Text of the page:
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Saturday, April 4, 2015

the salmons of Danube - shrinking hunting grounds !

Budapest  is the capital and the largest city of Hungary, and one of the largest cities in Central Europe.  Budapest became a single city occupying both banks of the river Danube with its unification in Nov 1873 of Buda and Óbuda, on the west bank, with Pest, on the east bank.  The river Danube flows  in Central and Eastern Europe - classified as an international waterway, flows southeast for 2,872 km (1,785 mi), passing through four capital cities before emptying into the Black Sea.

‘Salmon’  is the common name for several species of fish in the family Salmonidae. Other fish in the same family include trout, char, grayling and whitefish. Salmon are native to tributaries of the North Atlantic (genus Salmo) and Pacific Ocean (genus Oncorhynchus). Many species of salmon have been introduced into non-native environments such as the Great Lakes of North America and Patagonia in South America. Salmon are intensively produced in aquaculture in many parts of the world.  Typically, salmon are anadromous: they are born in fresh water, migrate to the ocean, then return to fresh water to reproduce.  The Danube salmon can reach the size of a man and live for 30 years - but its last hunting grounds in the Balkans are being threatened by a rash of dam-building, an interesting report in BBC states. 

"It's very fast, lean, and elegant. And very beautiful," says Ulrich Eichelmann. He might have been describing a racing car. In fact, the director of the environmental group Riverwatch is talking about a fish - Hucho Hucho in Latin, Huchen in German, often known as the Danube salmon in English because it was once found in much of the Danube basin.  But its main remaining refuge today is in the Balkans, in the streams and rivers which tumble down the mountains and twist through the valleys between Slovenia and Montenegro.  "We Europeans cry out with indignation about the plight of the last tigers in the wild in Asia, and demand efforts to save them," says Eichelmann, as we trudge though the wetland forest down to the shore of the River Sava in Slovenia. "But we seem blind to the threat to these last tigers of our own - the Danube salmon."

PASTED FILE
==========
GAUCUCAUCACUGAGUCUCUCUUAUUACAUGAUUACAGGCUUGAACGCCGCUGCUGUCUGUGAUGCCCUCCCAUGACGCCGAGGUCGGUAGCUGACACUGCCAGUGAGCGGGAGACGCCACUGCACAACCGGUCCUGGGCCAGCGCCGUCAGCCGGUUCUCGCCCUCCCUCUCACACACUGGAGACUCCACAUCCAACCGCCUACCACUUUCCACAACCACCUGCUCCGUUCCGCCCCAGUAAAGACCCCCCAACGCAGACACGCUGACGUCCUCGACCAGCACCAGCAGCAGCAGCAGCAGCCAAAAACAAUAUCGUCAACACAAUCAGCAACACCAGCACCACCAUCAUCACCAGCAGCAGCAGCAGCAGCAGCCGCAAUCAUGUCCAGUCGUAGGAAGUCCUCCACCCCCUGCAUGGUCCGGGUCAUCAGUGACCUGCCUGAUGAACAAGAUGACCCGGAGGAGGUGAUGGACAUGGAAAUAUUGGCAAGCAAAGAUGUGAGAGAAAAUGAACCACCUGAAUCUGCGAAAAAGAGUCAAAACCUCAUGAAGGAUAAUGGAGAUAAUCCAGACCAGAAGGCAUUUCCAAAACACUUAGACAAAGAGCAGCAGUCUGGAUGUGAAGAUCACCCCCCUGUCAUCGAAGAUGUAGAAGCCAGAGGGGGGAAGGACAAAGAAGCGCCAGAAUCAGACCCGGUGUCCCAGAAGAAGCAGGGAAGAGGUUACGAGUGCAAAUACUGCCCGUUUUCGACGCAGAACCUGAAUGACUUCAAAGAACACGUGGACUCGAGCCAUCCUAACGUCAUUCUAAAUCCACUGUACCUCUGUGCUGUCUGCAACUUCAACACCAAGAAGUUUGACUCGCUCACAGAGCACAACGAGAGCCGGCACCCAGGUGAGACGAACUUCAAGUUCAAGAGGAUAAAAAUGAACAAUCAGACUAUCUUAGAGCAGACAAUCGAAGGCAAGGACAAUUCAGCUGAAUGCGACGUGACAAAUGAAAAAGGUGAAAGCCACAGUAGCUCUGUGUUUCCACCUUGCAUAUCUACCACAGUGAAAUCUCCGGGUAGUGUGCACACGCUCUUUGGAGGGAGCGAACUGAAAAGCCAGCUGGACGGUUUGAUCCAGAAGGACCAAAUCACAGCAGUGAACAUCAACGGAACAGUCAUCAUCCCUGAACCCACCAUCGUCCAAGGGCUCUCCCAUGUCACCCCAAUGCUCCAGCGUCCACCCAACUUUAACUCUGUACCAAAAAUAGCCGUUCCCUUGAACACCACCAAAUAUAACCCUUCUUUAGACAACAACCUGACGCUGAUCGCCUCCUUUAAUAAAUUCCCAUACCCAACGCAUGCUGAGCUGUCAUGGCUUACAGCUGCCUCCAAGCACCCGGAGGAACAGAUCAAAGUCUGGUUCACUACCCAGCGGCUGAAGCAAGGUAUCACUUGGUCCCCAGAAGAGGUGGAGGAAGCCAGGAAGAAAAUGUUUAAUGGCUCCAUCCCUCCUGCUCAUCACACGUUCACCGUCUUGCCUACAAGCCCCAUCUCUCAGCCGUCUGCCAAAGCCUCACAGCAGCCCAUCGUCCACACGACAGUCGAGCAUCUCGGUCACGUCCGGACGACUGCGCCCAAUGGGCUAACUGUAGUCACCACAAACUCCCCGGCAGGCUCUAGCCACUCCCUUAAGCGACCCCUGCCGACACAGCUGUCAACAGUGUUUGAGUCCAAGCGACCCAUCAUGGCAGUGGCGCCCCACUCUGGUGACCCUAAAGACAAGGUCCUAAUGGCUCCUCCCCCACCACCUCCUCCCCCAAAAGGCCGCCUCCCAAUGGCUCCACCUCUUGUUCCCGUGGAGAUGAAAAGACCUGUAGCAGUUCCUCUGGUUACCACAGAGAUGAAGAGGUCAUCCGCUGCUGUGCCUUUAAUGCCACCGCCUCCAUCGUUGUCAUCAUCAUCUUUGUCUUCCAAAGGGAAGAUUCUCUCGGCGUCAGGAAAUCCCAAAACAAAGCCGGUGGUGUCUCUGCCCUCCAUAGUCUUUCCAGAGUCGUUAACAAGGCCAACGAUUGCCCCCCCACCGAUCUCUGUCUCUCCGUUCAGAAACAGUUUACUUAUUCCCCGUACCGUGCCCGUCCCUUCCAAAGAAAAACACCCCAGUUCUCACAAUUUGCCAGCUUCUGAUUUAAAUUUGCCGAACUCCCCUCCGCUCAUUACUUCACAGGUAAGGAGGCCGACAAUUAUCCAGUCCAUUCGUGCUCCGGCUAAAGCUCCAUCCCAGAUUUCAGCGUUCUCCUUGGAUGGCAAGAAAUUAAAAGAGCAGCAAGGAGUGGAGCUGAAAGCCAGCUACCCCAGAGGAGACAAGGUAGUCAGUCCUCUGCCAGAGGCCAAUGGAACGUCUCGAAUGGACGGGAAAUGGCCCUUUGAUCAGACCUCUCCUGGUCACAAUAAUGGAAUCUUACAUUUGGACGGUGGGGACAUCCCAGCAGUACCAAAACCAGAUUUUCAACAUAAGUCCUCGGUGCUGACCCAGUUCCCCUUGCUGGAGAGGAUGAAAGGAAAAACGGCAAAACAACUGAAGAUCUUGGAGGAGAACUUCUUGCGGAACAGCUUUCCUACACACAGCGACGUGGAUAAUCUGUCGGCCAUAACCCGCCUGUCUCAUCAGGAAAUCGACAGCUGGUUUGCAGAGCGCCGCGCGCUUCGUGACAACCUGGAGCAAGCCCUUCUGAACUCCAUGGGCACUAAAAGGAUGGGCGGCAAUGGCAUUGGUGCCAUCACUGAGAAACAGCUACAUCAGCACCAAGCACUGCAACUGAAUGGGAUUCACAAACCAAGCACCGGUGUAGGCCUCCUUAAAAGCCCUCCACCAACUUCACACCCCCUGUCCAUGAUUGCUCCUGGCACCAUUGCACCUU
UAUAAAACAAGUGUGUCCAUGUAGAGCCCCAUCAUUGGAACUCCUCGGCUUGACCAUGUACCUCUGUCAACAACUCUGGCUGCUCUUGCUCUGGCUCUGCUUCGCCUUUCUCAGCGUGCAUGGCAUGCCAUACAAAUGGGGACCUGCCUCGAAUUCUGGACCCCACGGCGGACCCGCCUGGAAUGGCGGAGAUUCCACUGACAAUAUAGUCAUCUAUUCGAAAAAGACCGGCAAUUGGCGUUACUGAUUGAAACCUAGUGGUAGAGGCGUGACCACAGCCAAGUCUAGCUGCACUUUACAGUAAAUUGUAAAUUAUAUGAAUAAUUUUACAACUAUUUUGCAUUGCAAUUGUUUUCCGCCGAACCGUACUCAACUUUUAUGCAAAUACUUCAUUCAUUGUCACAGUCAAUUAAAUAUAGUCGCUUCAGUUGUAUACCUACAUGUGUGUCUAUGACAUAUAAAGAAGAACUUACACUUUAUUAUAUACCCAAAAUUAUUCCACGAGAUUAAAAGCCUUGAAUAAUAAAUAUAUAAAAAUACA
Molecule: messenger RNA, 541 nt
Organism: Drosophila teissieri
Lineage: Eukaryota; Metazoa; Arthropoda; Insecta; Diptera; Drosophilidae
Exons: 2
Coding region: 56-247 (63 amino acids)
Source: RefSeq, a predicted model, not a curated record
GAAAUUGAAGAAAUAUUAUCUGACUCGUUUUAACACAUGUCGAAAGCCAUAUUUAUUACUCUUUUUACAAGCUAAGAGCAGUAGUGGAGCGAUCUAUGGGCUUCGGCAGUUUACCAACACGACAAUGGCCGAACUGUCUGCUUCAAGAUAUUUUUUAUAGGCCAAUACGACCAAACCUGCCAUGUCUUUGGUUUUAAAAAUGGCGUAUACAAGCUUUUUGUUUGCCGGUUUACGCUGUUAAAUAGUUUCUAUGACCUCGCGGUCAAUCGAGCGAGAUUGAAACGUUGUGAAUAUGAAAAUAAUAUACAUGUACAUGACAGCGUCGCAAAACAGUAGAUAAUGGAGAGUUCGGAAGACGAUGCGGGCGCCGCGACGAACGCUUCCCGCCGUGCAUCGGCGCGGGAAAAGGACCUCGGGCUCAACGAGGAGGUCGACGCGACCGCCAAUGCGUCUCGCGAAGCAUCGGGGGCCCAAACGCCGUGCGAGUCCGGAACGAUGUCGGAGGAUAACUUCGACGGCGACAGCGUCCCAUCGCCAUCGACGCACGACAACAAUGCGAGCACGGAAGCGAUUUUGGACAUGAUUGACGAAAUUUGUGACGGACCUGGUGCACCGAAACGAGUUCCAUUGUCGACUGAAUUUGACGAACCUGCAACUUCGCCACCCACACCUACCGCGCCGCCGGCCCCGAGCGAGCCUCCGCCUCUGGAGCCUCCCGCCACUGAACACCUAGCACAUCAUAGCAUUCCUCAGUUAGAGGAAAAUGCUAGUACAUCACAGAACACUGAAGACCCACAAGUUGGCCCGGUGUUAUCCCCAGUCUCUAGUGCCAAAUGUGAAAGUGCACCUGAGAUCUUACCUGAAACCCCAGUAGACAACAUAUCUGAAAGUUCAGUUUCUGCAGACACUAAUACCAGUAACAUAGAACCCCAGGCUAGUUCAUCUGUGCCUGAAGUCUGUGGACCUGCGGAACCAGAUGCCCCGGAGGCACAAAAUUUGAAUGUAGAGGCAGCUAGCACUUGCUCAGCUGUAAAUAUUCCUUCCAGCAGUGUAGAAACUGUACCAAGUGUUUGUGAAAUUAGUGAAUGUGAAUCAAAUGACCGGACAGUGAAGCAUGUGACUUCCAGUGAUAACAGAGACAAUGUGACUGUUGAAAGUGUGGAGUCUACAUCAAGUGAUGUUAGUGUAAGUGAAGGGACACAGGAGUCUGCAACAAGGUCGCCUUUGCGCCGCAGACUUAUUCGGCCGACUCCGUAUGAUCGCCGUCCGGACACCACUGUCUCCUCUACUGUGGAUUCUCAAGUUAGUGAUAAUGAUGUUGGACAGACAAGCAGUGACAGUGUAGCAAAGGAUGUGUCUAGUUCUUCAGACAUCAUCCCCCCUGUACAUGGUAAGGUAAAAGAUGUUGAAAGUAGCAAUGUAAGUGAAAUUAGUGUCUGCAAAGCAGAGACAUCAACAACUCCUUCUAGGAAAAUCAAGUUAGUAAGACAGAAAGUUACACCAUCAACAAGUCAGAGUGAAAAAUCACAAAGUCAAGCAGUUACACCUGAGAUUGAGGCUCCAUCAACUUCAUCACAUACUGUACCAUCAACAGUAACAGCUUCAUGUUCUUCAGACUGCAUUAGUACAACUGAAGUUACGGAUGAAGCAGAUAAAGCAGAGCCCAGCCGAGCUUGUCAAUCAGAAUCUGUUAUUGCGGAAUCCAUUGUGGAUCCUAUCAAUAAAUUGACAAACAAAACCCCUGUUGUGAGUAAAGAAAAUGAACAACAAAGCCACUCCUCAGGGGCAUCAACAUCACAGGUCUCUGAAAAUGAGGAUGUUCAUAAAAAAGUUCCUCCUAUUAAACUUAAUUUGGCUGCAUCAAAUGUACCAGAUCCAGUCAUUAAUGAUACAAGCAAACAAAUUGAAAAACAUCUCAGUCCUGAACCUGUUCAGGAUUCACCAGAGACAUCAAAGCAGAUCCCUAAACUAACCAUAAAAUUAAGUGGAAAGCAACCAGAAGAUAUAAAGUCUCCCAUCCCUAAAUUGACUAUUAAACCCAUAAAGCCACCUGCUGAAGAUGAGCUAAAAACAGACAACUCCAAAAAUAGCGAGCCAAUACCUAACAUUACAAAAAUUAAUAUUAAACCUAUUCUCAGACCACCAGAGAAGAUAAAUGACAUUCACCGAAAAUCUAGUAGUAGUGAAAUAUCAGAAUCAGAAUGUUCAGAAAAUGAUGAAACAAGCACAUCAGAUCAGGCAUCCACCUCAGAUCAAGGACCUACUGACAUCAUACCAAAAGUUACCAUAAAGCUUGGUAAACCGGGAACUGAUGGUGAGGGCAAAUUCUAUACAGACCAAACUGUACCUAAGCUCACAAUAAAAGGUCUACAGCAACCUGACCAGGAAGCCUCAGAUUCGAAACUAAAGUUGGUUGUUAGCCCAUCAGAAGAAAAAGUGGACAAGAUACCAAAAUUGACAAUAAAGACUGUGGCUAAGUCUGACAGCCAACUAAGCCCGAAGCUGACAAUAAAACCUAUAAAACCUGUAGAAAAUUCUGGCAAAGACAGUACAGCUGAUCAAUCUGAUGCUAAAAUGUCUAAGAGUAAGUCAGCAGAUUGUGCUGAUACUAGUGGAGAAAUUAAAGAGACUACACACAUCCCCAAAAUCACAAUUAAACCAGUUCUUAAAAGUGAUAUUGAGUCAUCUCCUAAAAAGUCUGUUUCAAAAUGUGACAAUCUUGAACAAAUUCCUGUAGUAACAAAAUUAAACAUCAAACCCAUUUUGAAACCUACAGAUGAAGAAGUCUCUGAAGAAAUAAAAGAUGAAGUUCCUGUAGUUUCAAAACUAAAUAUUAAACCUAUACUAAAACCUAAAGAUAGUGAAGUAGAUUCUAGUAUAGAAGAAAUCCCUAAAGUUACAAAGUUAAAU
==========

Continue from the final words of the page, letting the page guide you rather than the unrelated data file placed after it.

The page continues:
According to explains Steven Weiss, an American scientist based in Graz in Austria – the salmon fish is a good indicator of the health of our rivers,", he warns that building of new dams could wipe out many of the fish. They need need a lot of space, fast flowing clean water and a very specific habitat to spawn in order to maintain a self-sustaining population.  The ecologists, in alliance with the Slovenian Anglers Association,  are launching campaign to save the fish.  Save the Sava - the name of the river seems designed to fit the English verb.  Josef Fischer  has been releasing several thousand into the Danube, repopulating the river with a noble species which once migrated up and down it in large numbers. But the many hydroelectric dams built mostly in the 1950s and 60s destroyed their spawning grounds and turned the river into a succession of lakes.

On the River Sava, Weiss explains how salmon breed in the wild. The queen finds a section of riverbed she likes the look of, the king sidles alongside, they perform a dance together, sweeping away the fine grains of gravel to make a nest to lay her eggs. And as she does so, he sows his own seed over them like a sudden underwater cloud.  When its all over, she sweeps a fine film of sand over the eggs with her tail. A month or so later, small fish emerge. Princes and princesses of the Balkans.

Away, one of New Zealand's most exclusive food products, King Salmon, is making an impact in the United States market. The rare King Salmon species is farmed predominantly in New Zealand, with domestic producers turning out about 70 per cent of the world's supply. The luxury product has been awarded a "best choice" status by influential American food watchdog Sea Watch, which is part of the Monterey Aquarium in the US.  NZ King Salmon produces about 55 per cent of the country's salmon and about 40 per cent of the world's supply. The product is renowned for its high levels of healthy Omega-3s and superior culinary qualities. NZ King Salmon supplies hotels including the Waldorf Astoria in New York.

With regards – S. Sampathkumar
23rd Mar 2015.


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